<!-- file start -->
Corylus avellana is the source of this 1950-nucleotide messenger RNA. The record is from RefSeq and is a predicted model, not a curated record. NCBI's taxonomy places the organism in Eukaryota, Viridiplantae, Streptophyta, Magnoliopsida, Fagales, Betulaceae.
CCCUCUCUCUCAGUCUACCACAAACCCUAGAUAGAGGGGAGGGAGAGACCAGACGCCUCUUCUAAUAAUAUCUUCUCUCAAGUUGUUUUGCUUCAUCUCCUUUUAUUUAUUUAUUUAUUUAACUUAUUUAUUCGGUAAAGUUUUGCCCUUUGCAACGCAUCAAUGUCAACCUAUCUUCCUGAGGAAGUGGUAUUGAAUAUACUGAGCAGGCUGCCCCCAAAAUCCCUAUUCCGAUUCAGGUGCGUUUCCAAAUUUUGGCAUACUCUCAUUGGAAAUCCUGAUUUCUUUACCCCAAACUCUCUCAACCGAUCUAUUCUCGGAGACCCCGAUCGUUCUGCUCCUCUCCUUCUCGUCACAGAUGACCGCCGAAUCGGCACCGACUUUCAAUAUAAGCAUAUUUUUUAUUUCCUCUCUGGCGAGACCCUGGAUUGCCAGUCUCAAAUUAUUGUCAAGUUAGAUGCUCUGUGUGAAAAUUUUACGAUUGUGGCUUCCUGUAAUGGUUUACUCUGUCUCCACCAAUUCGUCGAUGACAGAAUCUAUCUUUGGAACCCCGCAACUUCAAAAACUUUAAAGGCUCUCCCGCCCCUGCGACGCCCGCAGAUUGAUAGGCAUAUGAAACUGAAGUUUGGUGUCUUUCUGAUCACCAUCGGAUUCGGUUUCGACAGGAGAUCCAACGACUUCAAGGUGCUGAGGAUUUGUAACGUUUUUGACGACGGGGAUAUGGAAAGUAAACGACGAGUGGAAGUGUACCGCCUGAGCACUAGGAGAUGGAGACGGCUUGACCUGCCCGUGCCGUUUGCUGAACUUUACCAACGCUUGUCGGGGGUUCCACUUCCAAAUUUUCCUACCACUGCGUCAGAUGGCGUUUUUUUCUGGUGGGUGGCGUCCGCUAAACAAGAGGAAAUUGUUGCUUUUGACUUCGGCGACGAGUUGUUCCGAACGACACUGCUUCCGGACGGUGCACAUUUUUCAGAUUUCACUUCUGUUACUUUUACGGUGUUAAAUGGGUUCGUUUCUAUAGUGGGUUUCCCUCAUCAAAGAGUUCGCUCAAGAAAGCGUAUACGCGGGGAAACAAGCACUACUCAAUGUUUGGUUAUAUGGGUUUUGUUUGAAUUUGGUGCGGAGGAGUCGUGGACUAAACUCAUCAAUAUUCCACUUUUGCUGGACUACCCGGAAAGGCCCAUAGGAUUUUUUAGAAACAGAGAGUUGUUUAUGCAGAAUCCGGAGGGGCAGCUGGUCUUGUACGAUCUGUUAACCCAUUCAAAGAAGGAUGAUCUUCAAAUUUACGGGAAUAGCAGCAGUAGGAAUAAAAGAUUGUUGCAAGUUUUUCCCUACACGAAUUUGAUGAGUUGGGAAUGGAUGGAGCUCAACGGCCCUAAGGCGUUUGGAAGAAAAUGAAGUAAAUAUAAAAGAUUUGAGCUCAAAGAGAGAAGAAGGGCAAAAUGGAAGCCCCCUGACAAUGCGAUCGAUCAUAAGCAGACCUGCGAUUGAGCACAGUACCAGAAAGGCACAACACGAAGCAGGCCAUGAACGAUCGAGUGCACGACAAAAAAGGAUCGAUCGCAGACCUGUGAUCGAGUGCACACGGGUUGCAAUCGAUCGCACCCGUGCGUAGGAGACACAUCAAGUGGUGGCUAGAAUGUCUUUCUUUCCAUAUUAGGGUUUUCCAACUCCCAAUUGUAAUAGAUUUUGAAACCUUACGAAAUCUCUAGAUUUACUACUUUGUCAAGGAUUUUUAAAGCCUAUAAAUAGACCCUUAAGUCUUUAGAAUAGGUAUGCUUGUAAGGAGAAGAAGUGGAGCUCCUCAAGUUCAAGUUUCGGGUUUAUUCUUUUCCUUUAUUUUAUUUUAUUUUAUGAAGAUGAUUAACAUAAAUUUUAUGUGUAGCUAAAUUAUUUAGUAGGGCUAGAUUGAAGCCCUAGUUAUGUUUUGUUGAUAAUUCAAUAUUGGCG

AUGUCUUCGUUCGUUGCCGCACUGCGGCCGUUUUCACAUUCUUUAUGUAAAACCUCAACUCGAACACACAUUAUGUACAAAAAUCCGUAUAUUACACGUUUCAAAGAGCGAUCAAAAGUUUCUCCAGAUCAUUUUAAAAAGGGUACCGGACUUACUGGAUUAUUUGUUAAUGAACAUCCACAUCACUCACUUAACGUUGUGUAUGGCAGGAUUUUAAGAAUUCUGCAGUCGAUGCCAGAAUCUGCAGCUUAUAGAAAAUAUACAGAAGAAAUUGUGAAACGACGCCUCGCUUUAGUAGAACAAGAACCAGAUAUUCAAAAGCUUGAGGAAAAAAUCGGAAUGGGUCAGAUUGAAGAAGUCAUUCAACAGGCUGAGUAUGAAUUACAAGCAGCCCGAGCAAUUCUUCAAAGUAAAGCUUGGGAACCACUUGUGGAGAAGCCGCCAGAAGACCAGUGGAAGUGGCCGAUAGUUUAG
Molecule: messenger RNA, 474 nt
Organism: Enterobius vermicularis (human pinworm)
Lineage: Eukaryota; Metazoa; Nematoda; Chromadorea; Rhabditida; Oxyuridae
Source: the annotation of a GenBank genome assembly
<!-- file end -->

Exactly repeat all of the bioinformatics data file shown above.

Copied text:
Corylus avellana is the source of this 1950-nucleotide messenger RNA. The record is from RefSeq and is a predicted model, not a curated record. NCBI's taxonomy places the organism in Eukaryota, Viridiplantae, Streptophyta, Magnoliopsida, Fagales, Betulaceae.
CCCUCUCUCUCAGUCUACCACAAACCCUAGAUAGAGGGGAGGGAGAGACCAGACGCCUCUUCUAAUAAUAUCUUCUCUCAAGUUGUUUUGCUUCAUCUCCUUUUAUUUAUUUAUUUAUUUAACUUAUUUAUUCGGUAAAGUUUUGCCCUUUGCAACGCAUCAAUGUCAACCUAUCUUCCUGAGGAAGUGGUAUUGAAUAUACUGAGCAGGCUGCCCCCAAAAUCCCUAUUCCGAUUCAGGUGCGUUUCCAAAUUUUGGCAUACUCUCAUUGGAAAUCCUGAUUUCUUUACCCCAAACUCUCUCAACCGAUCUAUUCUCGGAGACCCCGAUCGUUCUGCUCCUCUCCUUCUCGUCACAGAUGACCGCCGAAUCGGCACCGACUUUCAAUAUAAGCAUAUUUUUUAUUUCCUCUCUGGCGAGACCCUGGAUUGCCAGUCUCAAAUUAUUGUCAAGUUAGAUGCUCUGUGUGAAAAUUUUACGAUUGUGGCUUCCUGUAAUGGUUUACUCUGUCUCCACCAAUUCGUCGAUGACAGAAUCUAUCUUUGGAACCCCGCAACUUCAAAAACUUUAAAGGCUCUCCCGCCCCUGCGACGCCCGCAGAUUGAUAGGCAUAUGAAACUGAAGUUUGGUGUCUUUCUGAUCACCAUCGGAUUCGGUUUCGACAGGAGAUCCAACGACUUCAAGGUGCUGAGGAUUUGUAACGUUUUUGACGACGGGGAUAUGGAAAGUAAACGACGAGUGGAAGUGUACCGCCUGAGCACUAGGAGAUGGAGACGGCUUGACCUGCCCGUGCCGUUUGCUGAACUUUACCAACGCUUGUCGGGGGUUCCACUUCCAAAUUUUCCUACCACUGCGUCAGAUGGCGUUUUUUUCUGGUGGGUGGCGUCCGCUAAACAAGAGGAAAUUGUUGCUUUUGACUUCGGCGACGAGUUGUUCCGAACGACACUGCUUCCGGACGGUGCACAUUUUUCAGAUUUCACUUCUGUUACUUUUACGGUGUUAAAUGGGUUCGUUUCUAUAGUGGGUUUCCCUCAUCAAAGAGUUCGCUCAAGAAAGCGUAUACGCGGGGAAACAAGCACUACUCAAUGUUUGGUUAUAUGGGUUUUGUUUGAAUUUGGUGCGGAGGAGUCGUGGACUAAACUCAUCAAUAUUCCACUUUUGCUGGACUACCCGGAAAGGCCCAUAGGAUUUUUUAGAAACAGAGAGUUGUUUAUGCAGAAUCCGGAGGGGCAGCUGGUCUUGUACGAUCUGUUAACCCAUUCAAAGAAGGAUGAUCUUCAAAUUUACGGGAAUAGCAGCAGUAGGAAUAAAAGAUUGUUGCAAGUUUUUCCCUACACGAAUUUGAUGAGUUGGGAAUGGAUGGAGCUCAACGGCCCUAAGGCGUUUGGAAGAAAAUGAAGUAAAUAUAAAAGAUUUGAGCUCAAAGAGAGAAGAAGGGCAAAAUGGAAGCCCCCUGACAAUGCGAUCGAUCAUAAGCAGACCUGCGAUUGAGCACAGUACCAGAAAGGCACAACACGAAGCAGGCCAUGAACGAUCGAGUGCACGACAAAAAAGGAUCGAUCGCAGACCUGUGAUCGAGUGCACACGGGUUGCAAUCGAUCGCACCCGUGCGUAGGAGACACAUCAAGUGGUGGCUAGAAUGUCUUUCUUUCCAUAUUAGGGUUUUCCAACUCCCAAUUGUAAUAGAUUUUGAAACCUUACGAAAUCUCUAGAUUUACUACUUUGUCAAGGAUUUUUAAAGCCUAUAAAUAGACCCUUAAGUCUUUAGAAUAGGUAUGCUUGUAAGGAGAAGAAGUGGAGCUCCUCAAGUUCAAGUUUCGGGUUUAUUCUUUUCCUUUAUUUUAUUUUAUUUUAUGAAGAUGAUUAACAUAAAUUUUAUGUGUAGCUAAAUUAUUUAGUAGGGCUAGAUUGAAGCCCUAGUUAUGUUUUGUUGAUAAUUCAAUAUUGGCG

AUGUCUUCGUUCGUUGCCGCACUGCGGCCGUUUUCACAUUCUUUAUGUAAAACCUCAACUCGAACACACAUUAUGUACAAAAAUCCGUAUAUUACACGUUUCAAAGAGCGAUCAAAAGUUUCUCCAGAUCAUUUUAAAAAGGGUACCGGACUUACUGGAUUAUUUGUUAAUGAACAUCCACAUCACUCACUUAACGUUGUGUAUGGCAGGAUUUUAAGAAUUCUGCAGUCGAUGCCAGAAUCUGCAGCUUAUAGAAAAUAUACAGAAGAAAUUGUGAAACGACGCCUCGCUUUAGUAGAACAAGAACCAGAUAUUCAAAAGCUUGAGGAAAAAAUCGGAAUGGGUCAGAUUGAAGAAGUCAUUCAACAGGCUGAGUAUGAAUUACAAGCAGCCCGAGCAAUUCUUCAAAGUAAAGCUUGGGAACCACUUGUGGAGAAGCCGCCAGAAGACCAGUGGAAGUGGCCGAUAGUUUAG
Molecule: messenger RNA, 474 nt
Organism: Enterobius vermicularis (human pinworm)
Lineage: Eukaryota; Metazoa; Nematoda; Chromadorea; Rhabditida; Oxyuridae
Source: the annotation of a GenBank genome assembly